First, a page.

“We can fix the racial divide,” says Dr. Al Sharpton, who has been the chief organizer of the march, “but first we need to change the way we think about race.
We need to rethink how we think of race.”
The NAACP and the National Action Network, a group of African-American civil rights activists, are leading a campaign called #BlackLivesMatter, which aims to draw attention to the plight of Black Americans.
“The problem is we have become a segregated nation, and that’s where we need help,” says Al Sharptons former wife, Opal Tometi.
“We have become so polarized that our society is no longer built on love and respect, and we’re going to end up like our African-Americans.”
The National Action network, which is headed by the Rev. Alveda King, has organized a national sit-in at the White House demanding President Donald Trump withdraw his recent executive order on immigration.
The order, signed on February 13, temporarily barred people from seven predominantly Muslim countries from entering the United States for 90 days, and it has also been blocked by a federal judge in Maryland.
Alton Sterling, an African- American man shot and killed by police in Baton Rouge, Louisiana, was the first person to be arrested under the new order, but other arrests were made over the next few days, with some of the charges eventually dismissed.
The ACLU and the NAACP have joined in with the sit-ins at the Trump White House.
“What’s happening is we’re all in this together,” said Rep. Gwen Moore (D-WI), who also has been a participant in the sit in.
“This is not a one-off.
This is a national emergency, and this is what we’re talking about.”
On March 14, the NAACP held a rally at the Capitol to protest the executive order.
“I’ve been trying to stay positive, but my heart just breaks for all the families who are losing their loved ones to this,” said Moore.
The National Association for the Advancement of Colored People (NAACP) is organizing a nationwide sit-down at the Supreme Court on March 29 to demand that the Court rule in favor of the ban on transgender people serving in the military.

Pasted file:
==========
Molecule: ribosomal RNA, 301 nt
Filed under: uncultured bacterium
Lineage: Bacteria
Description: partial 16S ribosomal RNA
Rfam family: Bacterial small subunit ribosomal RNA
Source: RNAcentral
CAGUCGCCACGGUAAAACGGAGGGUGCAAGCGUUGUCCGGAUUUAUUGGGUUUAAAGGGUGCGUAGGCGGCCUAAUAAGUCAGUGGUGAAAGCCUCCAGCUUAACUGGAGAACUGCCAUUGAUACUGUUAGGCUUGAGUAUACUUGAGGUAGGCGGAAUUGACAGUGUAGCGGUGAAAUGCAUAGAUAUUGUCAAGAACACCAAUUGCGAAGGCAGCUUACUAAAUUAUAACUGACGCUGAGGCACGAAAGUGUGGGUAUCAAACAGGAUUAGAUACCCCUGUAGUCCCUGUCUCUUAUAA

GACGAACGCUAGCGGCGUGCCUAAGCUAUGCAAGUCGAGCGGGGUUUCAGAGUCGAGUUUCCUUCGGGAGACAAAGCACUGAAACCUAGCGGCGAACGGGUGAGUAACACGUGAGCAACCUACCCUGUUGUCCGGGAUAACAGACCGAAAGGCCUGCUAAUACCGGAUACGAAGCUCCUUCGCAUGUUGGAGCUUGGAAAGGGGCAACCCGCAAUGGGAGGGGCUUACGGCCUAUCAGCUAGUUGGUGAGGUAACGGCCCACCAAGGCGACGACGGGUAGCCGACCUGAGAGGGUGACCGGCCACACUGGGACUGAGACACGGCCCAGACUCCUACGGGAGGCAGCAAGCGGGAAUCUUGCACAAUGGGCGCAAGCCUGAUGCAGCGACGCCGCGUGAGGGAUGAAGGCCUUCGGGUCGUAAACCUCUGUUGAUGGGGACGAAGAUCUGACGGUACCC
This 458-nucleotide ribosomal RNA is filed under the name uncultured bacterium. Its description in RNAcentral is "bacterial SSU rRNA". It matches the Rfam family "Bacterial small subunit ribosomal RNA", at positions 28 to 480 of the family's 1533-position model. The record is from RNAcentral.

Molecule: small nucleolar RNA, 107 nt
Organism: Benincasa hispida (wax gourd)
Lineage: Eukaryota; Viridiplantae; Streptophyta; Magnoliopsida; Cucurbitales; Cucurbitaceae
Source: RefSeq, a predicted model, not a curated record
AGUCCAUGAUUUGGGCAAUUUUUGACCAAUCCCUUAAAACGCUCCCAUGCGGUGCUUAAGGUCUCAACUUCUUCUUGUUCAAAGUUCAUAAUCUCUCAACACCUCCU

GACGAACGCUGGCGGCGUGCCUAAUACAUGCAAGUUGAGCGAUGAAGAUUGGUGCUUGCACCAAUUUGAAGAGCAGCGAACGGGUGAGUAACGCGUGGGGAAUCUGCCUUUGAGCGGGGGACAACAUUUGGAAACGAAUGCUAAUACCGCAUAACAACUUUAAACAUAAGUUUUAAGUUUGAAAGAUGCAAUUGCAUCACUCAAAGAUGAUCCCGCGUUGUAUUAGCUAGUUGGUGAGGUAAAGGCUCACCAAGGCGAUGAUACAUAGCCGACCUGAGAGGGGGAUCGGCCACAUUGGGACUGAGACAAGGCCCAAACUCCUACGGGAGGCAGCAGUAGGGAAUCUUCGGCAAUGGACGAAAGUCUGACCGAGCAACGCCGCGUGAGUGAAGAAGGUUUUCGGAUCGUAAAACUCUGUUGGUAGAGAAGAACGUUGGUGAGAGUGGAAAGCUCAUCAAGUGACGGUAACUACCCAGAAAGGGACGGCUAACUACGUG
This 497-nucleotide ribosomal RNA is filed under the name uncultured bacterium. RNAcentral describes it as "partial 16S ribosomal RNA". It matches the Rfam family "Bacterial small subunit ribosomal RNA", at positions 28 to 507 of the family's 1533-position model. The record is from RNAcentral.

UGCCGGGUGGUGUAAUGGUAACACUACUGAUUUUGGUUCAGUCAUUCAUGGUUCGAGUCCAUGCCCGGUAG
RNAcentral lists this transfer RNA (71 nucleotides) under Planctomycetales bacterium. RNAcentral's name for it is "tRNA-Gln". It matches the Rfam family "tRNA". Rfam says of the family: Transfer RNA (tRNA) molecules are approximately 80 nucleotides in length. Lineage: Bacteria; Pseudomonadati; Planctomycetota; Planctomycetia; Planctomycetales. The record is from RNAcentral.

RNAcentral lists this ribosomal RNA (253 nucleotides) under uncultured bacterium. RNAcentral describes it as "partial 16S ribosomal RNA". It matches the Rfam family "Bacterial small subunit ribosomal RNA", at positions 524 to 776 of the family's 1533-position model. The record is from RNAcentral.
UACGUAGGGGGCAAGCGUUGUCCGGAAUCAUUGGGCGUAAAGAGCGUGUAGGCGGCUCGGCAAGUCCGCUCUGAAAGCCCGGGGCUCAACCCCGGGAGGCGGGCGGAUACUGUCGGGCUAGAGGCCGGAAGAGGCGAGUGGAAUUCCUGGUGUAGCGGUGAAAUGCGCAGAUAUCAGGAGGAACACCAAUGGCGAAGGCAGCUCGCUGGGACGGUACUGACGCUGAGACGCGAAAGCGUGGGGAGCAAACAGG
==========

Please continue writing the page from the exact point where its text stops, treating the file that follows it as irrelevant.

NAACP Legal Defense Fund (NDF) Executive Director Nellie Farrar said in a statement: “The Trump administration’s discriminatory and unconstitutional actions will hurt every Black American, and their families.
This ban is a devastating blow to our country’s long history of progress and equality, and will be felt across the country.”
The NDF has also started a national day of action calling on Americans to stand up for equality and freedom of religion.
The NAACP will also hold a national march on March 30, to support the Muslim community and to demand an end to discrimination against them.
A vigil was held at the State Capitol in Washington, DC, on March 19, during which members of the Black Lives Matter movement marched with the Black Panthers and others.
Demonstrators, who wore masks and black armbands, chanted slogans and chanted: “Hands Up, Don’t Shoot.”
On April 5, President Donald J. Trump signed a controversial executive order barring federal funds from going to schools that discriminate against students based on their gender identity, race, religion, national origin, sexual orientation or disability.
The move has caused outrage across the nation and sparked a nationwide backlash, with a number of high-profile universities, including Harvard University, Columbia University and Oxford University, dropping support from their schools in the wake of the order.
In a statement on Facebook, Harvard President Drew Faust called the order “an assault on our students, our faculty and our society.”
The order was also blocked by the courts in Maryland, Virginia and Texas.
“It is unacceptable that a president would try to impose his personal agenda on a federal government that has protected us against oppression for generations,” Faust said in the statement.
“There is nothing more precious to us than our children and our families.”
President Donald T. Trump, who was born in Hawaii, announced his candidacy for the White “for America” on March 3.
He promised to make America great again, restore jobs, create millions of new jobs, and restore our military and national security.
The Trump campaign did not immediately respond to a request for comment from The Associated Press.